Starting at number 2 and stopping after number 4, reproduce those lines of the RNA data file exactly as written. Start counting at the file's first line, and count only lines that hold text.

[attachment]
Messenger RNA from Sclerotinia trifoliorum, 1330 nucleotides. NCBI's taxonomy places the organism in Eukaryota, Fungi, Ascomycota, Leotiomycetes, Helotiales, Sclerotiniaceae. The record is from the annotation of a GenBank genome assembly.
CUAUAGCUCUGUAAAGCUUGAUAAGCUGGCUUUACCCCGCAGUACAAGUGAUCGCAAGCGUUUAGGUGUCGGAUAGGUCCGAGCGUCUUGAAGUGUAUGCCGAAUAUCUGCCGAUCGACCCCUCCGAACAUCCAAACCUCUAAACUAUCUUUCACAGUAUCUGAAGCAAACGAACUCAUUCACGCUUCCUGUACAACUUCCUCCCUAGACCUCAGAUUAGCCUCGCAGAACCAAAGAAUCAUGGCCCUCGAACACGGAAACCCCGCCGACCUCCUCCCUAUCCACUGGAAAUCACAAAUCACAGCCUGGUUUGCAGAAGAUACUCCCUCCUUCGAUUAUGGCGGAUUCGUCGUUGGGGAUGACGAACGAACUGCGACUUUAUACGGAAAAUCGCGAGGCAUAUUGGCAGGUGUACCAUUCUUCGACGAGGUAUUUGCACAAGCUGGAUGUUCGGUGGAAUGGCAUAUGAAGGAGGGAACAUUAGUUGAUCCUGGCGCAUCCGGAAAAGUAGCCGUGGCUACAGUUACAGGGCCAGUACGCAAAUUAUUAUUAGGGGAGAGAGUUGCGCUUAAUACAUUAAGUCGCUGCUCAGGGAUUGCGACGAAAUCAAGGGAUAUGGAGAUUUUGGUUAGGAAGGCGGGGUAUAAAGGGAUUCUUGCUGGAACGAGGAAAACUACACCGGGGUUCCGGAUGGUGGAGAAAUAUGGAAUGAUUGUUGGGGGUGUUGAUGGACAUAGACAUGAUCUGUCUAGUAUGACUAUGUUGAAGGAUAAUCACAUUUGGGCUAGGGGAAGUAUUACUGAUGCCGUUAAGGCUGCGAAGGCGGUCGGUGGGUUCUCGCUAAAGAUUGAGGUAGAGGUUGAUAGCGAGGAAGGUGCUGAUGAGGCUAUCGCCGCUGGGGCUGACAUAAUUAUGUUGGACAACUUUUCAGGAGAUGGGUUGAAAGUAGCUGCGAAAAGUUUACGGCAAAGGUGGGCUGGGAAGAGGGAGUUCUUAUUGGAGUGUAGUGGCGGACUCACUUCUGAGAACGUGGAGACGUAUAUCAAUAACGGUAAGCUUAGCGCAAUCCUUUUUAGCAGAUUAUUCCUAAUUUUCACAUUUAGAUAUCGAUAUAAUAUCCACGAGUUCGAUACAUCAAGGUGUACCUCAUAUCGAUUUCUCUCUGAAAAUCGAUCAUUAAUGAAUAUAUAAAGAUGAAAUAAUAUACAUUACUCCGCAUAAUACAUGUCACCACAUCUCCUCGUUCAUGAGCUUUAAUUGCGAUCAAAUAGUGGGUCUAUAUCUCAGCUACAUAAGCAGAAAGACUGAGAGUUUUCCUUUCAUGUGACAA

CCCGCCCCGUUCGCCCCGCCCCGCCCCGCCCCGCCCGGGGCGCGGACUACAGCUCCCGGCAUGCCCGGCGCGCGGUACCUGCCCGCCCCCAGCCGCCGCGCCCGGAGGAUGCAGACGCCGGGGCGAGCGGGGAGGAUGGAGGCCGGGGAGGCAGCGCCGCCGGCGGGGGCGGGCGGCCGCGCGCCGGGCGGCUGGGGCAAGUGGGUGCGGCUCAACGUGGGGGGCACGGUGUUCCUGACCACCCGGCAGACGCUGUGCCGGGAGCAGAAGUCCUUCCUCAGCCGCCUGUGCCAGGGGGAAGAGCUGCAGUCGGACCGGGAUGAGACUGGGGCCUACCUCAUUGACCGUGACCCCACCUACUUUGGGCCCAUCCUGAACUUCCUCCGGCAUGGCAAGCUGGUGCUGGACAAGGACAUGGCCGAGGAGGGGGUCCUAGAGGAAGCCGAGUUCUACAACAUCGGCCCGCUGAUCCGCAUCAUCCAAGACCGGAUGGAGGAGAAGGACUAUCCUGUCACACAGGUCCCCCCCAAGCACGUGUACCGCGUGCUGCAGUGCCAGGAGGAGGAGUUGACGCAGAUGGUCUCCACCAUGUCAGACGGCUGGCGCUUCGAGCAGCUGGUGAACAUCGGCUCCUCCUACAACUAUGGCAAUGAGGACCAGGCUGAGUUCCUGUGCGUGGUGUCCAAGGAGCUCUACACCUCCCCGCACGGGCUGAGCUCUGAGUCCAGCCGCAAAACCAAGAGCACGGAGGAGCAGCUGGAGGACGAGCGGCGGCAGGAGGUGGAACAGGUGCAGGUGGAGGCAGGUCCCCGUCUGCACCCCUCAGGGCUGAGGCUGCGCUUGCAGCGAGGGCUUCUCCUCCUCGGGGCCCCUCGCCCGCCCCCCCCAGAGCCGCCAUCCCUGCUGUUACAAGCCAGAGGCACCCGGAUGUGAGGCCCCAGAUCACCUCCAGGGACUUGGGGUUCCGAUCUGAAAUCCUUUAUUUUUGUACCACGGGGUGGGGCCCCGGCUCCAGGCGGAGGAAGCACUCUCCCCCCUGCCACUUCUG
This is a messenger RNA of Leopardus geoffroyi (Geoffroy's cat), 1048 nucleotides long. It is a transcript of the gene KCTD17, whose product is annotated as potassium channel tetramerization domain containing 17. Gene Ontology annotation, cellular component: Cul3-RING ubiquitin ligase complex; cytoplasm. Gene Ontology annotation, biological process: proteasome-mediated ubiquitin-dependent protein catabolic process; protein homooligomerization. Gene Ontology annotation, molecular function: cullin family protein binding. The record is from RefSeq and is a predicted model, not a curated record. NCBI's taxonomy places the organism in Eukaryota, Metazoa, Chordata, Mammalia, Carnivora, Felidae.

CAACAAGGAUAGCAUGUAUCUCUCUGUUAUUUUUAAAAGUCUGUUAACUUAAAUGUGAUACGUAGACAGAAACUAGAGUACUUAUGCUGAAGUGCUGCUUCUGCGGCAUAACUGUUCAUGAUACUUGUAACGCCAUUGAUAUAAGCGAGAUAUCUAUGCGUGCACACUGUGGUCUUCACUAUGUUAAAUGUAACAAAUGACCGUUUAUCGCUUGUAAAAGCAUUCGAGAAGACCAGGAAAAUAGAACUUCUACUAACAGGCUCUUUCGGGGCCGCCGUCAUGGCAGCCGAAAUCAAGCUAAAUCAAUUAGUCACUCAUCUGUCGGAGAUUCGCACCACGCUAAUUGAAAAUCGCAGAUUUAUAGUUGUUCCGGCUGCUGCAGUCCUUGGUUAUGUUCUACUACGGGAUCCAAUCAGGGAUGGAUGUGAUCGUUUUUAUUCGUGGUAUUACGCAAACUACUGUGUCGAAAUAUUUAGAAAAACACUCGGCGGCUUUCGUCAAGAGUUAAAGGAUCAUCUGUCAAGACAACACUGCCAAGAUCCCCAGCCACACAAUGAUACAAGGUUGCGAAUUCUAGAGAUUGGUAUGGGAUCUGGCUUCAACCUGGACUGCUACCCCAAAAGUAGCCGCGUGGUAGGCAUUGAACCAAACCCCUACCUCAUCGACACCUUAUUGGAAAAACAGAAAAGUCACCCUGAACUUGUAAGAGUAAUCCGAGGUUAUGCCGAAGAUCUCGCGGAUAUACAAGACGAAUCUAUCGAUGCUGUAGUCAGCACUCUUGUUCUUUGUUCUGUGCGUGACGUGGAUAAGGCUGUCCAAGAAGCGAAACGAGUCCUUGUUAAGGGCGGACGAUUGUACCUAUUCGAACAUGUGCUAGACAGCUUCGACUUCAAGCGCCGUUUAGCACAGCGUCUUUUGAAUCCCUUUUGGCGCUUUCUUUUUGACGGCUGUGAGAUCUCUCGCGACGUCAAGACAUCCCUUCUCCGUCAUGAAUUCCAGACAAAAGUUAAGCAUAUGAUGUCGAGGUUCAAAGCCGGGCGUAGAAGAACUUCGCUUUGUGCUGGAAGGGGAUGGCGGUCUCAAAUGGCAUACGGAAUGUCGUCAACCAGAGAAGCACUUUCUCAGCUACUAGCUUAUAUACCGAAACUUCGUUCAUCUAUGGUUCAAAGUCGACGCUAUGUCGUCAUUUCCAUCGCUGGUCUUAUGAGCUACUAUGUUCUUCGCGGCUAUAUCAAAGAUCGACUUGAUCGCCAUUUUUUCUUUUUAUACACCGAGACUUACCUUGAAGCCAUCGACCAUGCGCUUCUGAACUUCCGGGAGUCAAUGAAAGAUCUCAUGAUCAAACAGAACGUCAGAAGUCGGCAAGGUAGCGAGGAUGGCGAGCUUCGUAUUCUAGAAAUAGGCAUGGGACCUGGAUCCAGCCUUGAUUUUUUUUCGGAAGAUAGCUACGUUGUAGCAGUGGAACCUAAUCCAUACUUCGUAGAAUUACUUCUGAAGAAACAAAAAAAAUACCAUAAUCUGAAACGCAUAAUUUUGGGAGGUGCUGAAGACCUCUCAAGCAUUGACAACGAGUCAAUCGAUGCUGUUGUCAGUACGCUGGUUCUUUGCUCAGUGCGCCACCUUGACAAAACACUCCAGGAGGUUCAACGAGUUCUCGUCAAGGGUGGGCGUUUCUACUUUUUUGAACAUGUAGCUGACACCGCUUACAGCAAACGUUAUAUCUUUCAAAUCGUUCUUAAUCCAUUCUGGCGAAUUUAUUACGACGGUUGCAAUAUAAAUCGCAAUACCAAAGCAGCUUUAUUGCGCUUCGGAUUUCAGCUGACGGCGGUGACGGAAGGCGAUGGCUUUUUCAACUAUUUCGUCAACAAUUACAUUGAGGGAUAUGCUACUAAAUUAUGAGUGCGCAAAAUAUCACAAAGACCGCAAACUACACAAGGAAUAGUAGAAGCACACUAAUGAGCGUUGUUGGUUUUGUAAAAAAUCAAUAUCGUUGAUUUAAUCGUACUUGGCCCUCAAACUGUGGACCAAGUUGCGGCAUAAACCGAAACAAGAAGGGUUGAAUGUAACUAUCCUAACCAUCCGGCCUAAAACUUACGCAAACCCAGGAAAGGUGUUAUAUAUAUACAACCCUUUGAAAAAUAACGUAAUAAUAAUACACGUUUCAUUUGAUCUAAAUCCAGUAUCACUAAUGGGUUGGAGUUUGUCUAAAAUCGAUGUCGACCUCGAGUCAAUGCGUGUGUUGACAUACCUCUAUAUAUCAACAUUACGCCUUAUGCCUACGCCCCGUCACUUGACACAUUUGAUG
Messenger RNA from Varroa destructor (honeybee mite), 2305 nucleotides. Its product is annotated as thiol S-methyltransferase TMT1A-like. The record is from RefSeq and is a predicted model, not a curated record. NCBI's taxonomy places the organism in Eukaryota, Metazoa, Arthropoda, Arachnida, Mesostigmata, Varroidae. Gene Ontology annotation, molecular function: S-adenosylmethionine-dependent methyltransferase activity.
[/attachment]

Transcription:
CUAUAGCUCUGUAAAGCUUGAUAAGCUGGCUUUACCCCGCAGUACAAGUGAUCGCAAGCGUUUAGGUGUCGGAUAGGUCCGAGCGUCUUGAAGUGUAUGCCGAAUAUCUGCCGAUCGACCCCUCCGAACAUCCAAACCUCUAAACUAUCUUUCACAGUAUCUGAAGCAAACGAACUCAUUCACGCUUCCUGUACAACUUCCUCCCUAGACCUCAGAUUAGCCUCGCAGAACCAAAGAAUCAUGGCCCUCGAACACGGAAACCCCGCCGACCUCCUCCCUAUCCACUGGAAAUCACAAAUCACAGCCUGGUUUGCAGAAGAUACUCCCUCCUUCGAUUAUGGCGGAUUCGUCGUUGGGGAUGACGAACGAACUGCGACUUUAUACGGAAAAUCGCGAGGCAUAUUGGCAGGUGUACCAUUCUUCGACGAGGUAUUUGCACAAGCUGGAUGUUCGGUGGAAUGGCAUAUGAAGGAGGGAACAUUAGUUGAUCCUGGCGCAUCCGGAAAAGUAGCCGUGGCUACAGUUACAGGGCCAGUACGCAAAUUAUUAUUAGGGGAGAGAGUUGCGCUUAAUACAUUAAGUCGCUGCUCAGGGAUUGCGACGAAAUCAAGGGAUAUGGAGAUUUUGGUUAGGAAGGCGGGGUAUAAAGGGAUUCUUGCUGGAACGAGGAAAACUACACCGGGGUUCCGGAUGGUGGAGAAAUAUGGAAUGAUUGUUGGGGGUGUUGAUGGACAUAGACAUGAUCUGUCUAGUAUGACUAUGUUGAAGGAUAAUCACAUUUGGGCUAGGGGAAGUAUUACUGAUGCCGUUAAGGCUGCGAAGGCGGUCGGUGGGUUCUCGCUAAAGAUUGAGGUAGAGGUUGAUAGCGAGGAAGGUGCUGAUGAGGCUAUCGCCGCUGGGGCUGACAUAAUUAUGUUGGACAACUUUUCAGGAGAUGGGUUGAAAGUAGCUGCGAAAAGUUUACGGCAAAGGUGGGCUGGGAAGAGGGAGUUCUUAUUGGAGUGUAGUGGCGGACUCACUUCUGAGAACGUGGAGACGUAUAUCAAUAACGGUAAGCUUAGCGCAAUCCUUUUUAGCAGAUUAUUCCUAAUUUUCACAUUUAGAUAUCGAUAUAAUAUCCACGAGUUCGAUACAUCAAGGUGUACCUCAUAUCGAUUUCUCUCUGAAAAUCGAUCAUUAAUGAAUAUAUAAAGAUGAAAUAAUAUACAUUACUCCGCAUAAUACAUGUCACCACAUCUCCUCGUUCAUGAGCUUUAAUUGCGAUCAAAUAGUGGGUCUAUAUCUCAGCUACAUAAGCAGAAAGACUGAGAGUUUUCCUUUCAUGUGACAA

CCCGCCCCGUUCGCCCCGCCCCGCCCCGCCCCGCCCGGGGCGCGGACUACAGCUCCCGGCAUGCCCGGCGCGCGGUACCUGCCCGCCCCCAGCCGCCGCGCCCGGAGGAUGCAGACGCCGGGGCGAGCGGGGAGGAUGGAGGCCGGGGAGGCAGCGCCGCCGGCGGGGGCGGGCGGCCGCGCGCCGGGCGGCUGGGGCAAGUGGGUGCGGCUCAACGUGGGGGGCACGGUGUUCCUGACCACCCGGCAGACGCUGUGCCGGGAGCAGAAGUCCUUCCUCAGCCGCCUGUGCCAGGGGGAAGAGCUGCAGUCGGACCGGGAUGAGACUGGGGCCUACCUCAUUGACCGUGACCCCACCUACUUUGGGCCCAUCCUGAACUUCCUCCGGCAUGGCAAGCUGGUGCUGGACAAGGACAUGGCCGAGGAGGGGGUCCUAGAGGAAGCCGAGUUCUACAACAUCGGCCCGCUGAUCCGCAUCAUCCAAGACCGGAUGGAGGAGAAGGACUAUCCUGUCACACAGGUCCCCCCCAAGCACGUGUACCGCGUGCUGCAGUGCCAGGAGGAGGAGUUGACGCAGAUGGUCUCCACCAUGUCAGACGGCUGGCGCUUCGAGCAGCUGGUGAACAUCGGCUCCUCCUACAACUAUGGCAAUGAGGACCAGGCUGAGUUCCUGUGCGUGGUGUCCAAGGAGCUCUACACCUCCCCGCACGGGCUGAGCUCUGAGUCCAGCCGCAAAACCAAGAGCACGGAGGAGCAGCUGGAGGACGAGCGGCGGCAGGAGGUGGAACAGGUGCAGGUGGAGGCAGGUCCCCGUCUGCACCCCUCAGGGCUGAGGCUGCGCUUGCAGCGAGGGCUUCUCCUCCUCGGGGCCCCUCGCCCGCCCCCCCCAGAGCCGCCAUCCCUGCUGUUACAAGCCAGAGGCACCCGGAUGUGAGGCCCCAGAUCACCUCCAGGGACUUGGGGUUCCGAUCUGAAAUCCUUUAUUUUUGUACCACGGGGUGGGGCCCCGGCUCCAGGCGGAGGAAGCACUCUCCCCCCUGCCACUUCUG
This is a messenger RNA of Leopardus geoffroyi (Geoffroy's cat), 1048 nucleotides long. It is a transcript of the gene KCTD17, whose product is annotated as potassium channel tetramerization domain containing 17. Gene Ontology annotation, cellular component: Cul3-RING ubiquitin ligase complex; cytoplasm. Gene Ontology annotation, biological process: proteasome-mediated ubiquitin-dependent protein catabolic process; protein homooligomerization. Gene Ontology annotation, molecular function: cullin family protein binding. The record is from RefSeq and is a predicted model, not a curated record. NCBI's taxonomy places the organism in Eukaryota, Metazoa, Chordata, Mammalia, Carnivora, Felidae.